More about Jesus

Is Jesus an Innovator?

     On a Sabbath Jesus was teaching in one of the synagogues, and a woman was there who had been crippled by a spirit for eighteen years. She was bent over and could not straighten up at all. When Jesus saw her, he called her forward and said to her, “Woman, you are set free from your infirmity.” Then he put his hands on her, and immediately she straightened up and praised God.
     Indignant because Jesus had healed on the Sabbath, the synagogue ruler said to the people, “There are six days for work. So come and be healed on those days, not on the Sabbath.”
     The Lord answered him, “You hypocrites! Doesn’t each of you on the Sabbath untie his ox or donkey from the stall and lead it out to give it water? Then should not this woman, a daughter of Abraham, whom Satan has kept bound for eighteen long years, be set free on the Sabbath day from what bound her?”
     When he said this, all his opponents were humiliated, but the people were delighted with all the wonderful things he was doing.
—Luke 13:10-17, NIV

Many people see Jesus as an innovator, who shows a new way that was rejected by the authorities, but today’s reading in Luke shows that that is not the case.

It was the Sabbath, and Jesus was teaching in the synagogue. One of the women in attendance had been crippled for eighteen years and was unable to stand upright. Jesus healed her. The synagogue president rebuked Jesus, reminding Him that there were six days to do work each week, so there was no call to work on the Sabbath.

The Jewish Law prohibits work on the Sabbath, but it does not define what work is. So whether Jesus was actually working on the Sabbath is a matter of rabbinical tradition and interpretation. Jesus reminds the elder that tradition does not consider it work to lead a donkey or an ox to water on the Sabbath. This tradition probably derives from the fact that the Law explicitly permits a person to pull an ox from a ditch on the Sabbath. Jesus, arguing the Law against tradition, maintains that the woman is more valuable than a donkey, thus healing her on the Sabbath is no offense. The elder is defeated and the people cheer.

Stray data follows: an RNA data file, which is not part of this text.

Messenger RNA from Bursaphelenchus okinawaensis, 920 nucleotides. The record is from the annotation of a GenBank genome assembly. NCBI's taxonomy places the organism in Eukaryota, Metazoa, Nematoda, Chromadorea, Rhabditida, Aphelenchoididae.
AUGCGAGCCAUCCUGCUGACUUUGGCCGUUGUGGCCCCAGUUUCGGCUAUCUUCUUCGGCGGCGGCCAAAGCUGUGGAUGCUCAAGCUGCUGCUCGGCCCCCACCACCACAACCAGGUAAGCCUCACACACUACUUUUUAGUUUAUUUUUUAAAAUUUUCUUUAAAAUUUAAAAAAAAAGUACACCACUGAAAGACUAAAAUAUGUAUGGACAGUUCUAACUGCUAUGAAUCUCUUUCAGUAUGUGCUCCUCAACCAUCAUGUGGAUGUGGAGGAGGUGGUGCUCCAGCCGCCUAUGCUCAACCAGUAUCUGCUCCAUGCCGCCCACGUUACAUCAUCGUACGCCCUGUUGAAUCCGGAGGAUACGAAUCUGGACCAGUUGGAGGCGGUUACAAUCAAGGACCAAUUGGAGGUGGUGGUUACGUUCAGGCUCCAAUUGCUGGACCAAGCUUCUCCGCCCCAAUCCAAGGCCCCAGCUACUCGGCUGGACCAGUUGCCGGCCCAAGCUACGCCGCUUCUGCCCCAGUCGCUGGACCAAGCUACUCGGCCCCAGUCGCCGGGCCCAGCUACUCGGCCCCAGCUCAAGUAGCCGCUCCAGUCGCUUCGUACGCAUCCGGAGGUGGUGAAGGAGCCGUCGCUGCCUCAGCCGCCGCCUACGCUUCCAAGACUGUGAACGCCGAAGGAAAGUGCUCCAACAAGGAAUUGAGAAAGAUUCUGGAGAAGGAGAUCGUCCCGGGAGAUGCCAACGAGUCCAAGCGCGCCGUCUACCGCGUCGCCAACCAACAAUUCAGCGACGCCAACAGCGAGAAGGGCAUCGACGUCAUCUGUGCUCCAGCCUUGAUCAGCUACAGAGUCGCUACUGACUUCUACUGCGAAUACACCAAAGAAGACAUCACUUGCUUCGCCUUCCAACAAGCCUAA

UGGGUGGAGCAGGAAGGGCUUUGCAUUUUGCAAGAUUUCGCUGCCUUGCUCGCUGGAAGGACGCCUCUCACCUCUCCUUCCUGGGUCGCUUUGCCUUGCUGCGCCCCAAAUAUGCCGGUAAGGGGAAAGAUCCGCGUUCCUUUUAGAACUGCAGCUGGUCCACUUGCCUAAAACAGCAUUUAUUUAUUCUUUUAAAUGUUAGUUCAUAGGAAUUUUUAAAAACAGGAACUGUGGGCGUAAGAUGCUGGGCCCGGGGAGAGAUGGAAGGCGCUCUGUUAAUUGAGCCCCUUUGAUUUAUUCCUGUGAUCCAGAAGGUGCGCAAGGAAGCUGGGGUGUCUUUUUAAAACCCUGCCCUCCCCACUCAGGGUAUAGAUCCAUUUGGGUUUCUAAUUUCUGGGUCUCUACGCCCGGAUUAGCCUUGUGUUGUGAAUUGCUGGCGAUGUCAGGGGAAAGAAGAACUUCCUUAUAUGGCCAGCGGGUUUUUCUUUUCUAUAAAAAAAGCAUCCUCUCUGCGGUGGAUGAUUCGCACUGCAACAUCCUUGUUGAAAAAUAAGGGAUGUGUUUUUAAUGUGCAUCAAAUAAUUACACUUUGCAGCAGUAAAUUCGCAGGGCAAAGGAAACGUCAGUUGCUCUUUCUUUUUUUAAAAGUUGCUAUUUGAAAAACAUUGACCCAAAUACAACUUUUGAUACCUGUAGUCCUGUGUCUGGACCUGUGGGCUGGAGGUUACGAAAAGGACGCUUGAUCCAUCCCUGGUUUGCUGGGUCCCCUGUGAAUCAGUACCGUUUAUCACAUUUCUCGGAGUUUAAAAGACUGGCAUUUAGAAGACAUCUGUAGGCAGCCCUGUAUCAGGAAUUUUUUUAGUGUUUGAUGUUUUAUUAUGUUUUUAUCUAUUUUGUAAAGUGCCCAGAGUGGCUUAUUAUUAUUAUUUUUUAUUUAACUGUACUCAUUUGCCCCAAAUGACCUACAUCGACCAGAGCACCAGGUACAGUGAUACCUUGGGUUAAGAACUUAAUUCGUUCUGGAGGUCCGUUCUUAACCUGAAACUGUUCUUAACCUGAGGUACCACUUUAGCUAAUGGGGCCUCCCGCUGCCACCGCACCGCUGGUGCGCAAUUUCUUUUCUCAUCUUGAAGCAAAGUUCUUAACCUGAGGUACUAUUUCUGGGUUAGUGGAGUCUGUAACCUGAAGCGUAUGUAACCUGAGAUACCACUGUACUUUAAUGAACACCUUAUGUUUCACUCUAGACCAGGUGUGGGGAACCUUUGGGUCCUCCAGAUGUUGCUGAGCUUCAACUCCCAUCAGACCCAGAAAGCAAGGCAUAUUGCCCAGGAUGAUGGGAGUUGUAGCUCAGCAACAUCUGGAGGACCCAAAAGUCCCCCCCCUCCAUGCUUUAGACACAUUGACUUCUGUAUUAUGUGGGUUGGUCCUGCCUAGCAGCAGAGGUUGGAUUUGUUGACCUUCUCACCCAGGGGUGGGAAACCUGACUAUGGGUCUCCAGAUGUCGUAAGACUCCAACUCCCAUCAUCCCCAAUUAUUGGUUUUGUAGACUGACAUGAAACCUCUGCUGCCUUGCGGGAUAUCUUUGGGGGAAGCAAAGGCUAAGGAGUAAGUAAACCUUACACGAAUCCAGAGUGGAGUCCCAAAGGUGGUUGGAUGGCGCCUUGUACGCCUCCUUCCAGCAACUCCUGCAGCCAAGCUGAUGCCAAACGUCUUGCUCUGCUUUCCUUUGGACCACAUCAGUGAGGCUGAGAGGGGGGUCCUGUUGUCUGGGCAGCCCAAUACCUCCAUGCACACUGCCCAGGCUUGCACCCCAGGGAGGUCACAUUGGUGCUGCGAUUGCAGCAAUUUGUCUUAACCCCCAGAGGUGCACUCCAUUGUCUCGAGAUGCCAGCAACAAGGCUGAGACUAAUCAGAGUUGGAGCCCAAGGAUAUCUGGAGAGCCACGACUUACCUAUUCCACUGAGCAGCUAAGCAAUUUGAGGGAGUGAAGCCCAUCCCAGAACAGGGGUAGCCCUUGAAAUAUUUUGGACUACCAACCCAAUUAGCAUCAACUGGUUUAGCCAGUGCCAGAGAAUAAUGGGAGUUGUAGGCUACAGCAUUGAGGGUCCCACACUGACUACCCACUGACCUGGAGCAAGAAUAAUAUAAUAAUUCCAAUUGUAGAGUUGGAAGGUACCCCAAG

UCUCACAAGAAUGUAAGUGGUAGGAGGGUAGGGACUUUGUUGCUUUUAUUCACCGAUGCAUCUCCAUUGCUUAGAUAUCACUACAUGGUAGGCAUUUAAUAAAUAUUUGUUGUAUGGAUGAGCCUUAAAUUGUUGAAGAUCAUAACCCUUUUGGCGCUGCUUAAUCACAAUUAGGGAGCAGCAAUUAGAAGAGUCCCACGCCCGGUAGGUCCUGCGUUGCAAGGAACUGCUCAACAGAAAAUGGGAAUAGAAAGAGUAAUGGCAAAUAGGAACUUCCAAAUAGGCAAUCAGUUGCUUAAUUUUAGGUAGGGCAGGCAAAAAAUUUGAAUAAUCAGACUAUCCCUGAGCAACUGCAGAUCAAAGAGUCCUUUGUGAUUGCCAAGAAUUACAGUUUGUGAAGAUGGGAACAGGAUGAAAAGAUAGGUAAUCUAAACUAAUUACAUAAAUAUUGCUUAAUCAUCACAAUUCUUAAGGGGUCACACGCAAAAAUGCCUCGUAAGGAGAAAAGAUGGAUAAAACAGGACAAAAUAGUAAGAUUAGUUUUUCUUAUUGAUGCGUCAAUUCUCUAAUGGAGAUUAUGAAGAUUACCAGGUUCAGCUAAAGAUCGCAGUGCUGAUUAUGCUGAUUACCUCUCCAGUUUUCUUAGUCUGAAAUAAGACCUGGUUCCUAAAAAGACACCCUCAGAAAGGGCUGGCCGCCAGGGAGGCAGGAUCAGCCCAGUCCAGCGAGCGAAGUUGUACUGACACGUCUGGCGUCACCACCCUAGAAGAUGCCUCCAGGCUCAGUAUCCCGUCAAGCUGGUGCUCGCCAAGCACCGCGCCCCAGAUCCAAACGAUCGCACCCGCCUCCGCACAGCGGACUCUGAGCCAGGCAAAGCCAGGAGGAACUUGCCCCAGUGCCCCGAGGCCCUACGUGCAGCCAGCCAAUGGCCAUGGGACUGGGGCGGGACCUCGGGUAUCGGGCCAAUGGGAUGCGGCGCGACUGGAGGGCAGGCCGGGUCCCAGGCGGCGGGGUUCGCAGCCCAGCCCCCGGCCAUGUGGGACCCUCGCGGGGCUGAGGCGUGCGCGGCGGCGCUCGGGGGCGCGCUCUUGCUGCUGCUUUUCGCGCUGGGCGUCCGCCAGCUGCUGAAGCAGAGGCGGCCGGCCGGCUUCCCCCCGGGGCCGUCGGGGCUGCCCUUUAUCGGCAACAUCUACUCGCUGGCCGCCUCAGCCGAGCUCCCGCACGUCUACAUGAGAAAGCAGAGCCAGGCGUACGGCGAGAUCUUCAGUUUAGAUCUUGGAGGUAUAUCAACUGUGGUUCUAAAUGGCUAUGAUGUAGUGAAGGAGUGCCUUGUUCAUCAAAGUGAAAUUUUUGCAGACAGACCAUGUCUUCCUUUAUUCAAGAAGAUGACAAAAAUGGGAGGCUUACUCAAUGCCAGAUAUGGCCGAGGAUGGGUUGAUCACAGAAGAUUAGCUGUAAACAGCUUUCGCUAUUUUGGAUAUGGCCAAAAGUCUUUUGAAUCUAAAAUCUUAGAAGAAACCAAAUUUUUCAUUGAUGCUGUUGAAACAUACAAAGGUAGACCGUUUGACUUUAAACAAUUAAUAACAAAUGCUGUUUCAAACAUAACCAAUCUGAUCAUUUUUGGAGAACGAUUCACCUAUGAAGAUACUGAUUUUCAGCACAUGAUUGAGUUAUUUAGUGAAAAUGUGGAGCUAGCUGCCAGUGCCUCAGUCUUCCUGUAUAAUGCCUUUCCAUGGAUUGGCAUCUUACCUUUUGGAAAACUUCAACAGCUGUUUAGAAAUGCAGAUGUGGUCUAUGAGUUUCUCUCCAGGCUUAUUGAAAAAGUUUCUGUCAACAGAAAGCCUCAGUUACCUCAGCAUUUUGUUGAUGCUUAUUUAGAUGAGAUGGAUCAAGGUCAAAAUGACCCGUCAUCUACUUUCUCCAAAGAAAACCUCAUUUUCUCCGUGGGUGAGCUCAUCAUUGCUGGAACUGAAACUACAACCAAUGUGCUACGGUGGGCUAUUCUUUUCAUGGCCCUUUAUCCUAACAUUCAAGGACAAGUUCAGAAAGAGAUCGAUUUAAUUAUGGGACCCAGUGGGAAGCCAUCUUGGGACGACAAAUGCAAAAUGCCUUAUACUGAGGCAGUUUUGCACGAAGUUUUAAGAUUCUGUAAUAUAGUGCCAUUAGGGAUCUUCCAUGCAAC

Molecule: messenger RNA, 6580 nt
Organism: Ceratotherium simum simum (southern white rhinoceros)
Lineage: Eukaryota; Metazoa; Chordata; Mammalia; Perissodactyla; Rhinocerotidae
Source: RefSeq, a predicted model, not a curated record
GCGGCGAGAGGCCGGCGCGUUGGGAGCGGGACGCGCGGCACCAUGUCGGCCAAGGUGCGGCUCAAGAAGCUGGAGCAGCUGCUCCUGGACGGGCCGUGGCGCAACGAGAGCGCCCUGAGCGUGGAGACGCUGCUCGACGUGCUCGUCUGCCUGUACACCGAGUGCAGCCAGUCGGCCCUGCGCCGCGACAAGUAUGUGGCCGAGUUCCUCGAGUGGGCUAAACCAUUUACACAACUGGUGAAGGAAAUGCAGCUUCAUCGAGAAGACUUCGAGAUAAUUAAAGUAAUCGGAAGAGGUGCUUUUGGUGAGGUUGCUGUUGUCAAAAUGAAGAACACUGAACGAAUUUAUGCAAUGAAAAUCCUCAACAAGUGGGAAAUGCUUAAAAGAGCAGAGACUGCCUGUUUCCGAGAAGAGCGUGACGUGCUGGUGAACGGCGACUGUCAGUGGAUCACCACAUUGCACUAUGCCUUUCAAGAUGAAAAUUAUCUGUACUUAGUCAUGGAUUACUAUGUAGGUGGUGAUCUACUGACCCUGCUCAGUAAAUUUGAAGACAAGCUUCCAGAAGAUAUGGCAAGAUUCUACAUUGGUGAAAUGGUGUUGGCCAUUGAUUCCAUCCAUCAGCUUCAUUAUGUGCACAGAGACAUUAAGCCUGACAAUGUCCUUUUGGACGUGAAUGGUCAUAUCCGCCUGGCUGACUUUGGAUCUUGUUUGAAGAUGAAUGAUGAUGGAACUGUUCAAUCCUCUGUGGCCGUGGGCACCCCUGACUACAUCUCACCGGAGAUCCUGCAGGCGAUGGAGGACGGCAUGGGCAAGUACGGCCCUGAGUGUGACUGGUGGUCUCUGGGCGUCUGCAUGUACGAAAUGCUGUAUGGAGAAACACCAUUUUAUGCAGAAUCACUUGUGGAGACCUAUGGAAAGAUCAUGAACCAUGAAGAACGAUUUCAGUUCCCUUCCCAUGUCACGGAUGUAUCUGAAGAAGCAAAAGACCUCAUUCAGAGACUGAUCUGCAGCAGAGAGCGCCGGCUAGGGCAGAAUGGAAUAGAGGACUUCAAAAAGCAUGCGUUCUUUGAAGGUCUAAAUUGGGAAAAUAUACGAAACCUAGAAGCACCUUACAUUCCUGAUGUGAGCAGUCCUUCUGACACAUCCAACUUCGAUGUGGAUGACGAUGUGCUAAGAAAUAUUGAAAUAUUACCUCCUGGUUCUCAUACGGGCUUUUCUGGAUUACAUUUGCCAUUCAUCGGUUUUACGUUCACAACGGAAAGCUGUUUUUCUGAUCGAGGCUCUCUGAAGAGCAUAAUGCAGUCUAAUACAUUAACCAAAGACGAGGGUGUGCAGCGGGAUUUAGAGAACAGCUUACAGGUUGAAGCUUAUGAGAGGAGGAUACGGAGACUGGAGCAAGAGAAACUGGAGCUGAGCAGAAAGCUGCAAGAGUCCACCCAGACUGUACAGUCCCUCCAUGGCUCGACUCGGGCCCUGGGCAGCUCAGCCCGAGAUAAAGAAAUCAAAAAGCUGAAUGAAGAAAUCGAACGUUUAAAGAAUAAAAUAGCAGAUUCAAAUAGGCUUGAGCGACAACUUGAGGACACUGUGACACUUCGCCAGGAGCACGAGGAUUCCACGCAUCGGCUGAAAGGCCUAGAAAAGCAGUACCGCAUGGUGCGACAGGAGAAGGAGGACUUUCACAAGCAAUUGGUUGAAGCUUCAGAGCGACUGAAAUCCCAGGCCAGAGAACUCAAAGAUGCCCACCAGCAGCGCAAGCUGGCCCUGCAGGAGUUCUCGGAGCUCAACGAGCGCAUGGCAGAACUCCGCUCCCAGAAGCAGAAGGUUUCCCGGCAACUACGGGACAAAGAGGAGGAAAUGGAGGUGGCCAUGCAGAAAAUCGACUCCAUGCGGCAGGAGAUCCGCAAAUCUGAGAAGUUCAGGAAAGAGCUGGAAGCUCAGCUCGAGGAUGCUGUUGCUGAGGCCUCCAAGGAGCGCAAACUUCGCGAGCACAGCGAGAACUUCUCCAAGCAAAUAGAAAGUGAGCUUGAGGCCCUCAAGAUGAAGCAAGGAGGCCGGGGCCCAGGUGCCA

Jesus sees Himself as reintroducing the substance and purpose of the Law, which rabbinical tradition had defeated. “It was not that way in the beginning,” He says. The purpose of the Law, according to Jesus, is to serve us by helping us love God and our neighbor. Rabbinical tradition places a ‘hedge’ around the Law prohibiting more than the Law prohibits so the Law is protected from any offense. The result is a complicated web of technicalities and prohibitions that have no actual basis in the Law; they form a huge burden which no one can carry and which only causes hypocrisy or guilt. Instead of the Law serving people, people end up slaves to the Law.

Jesus warned against the ‘yeast’ of the Pharisees that puffs up the Law into a burden too big and heavy for anyone to carry.

In each case where Jesus had a dispute with the authorities about the Law, they argued from tradition, while He argues from the Law itself.

Eventually, Jesus fulfilled all the Law by becoming a sacrifice that could pay the Law’s penalty for all possible infractions. Those who trust in Him and thereby avail themselves of the benefit of His sacrifice are freed from the demands of the Law; for they die with Him; and the Law does not have jurisdiction over dead people. They rise with Him to a new life of gratefully serving God in love.

Under the Law, we worked in order to have salvation, but we could not work enough to attain it. Under Jesus, we work out of gratitude for the salvation that has already been given to us in His grace.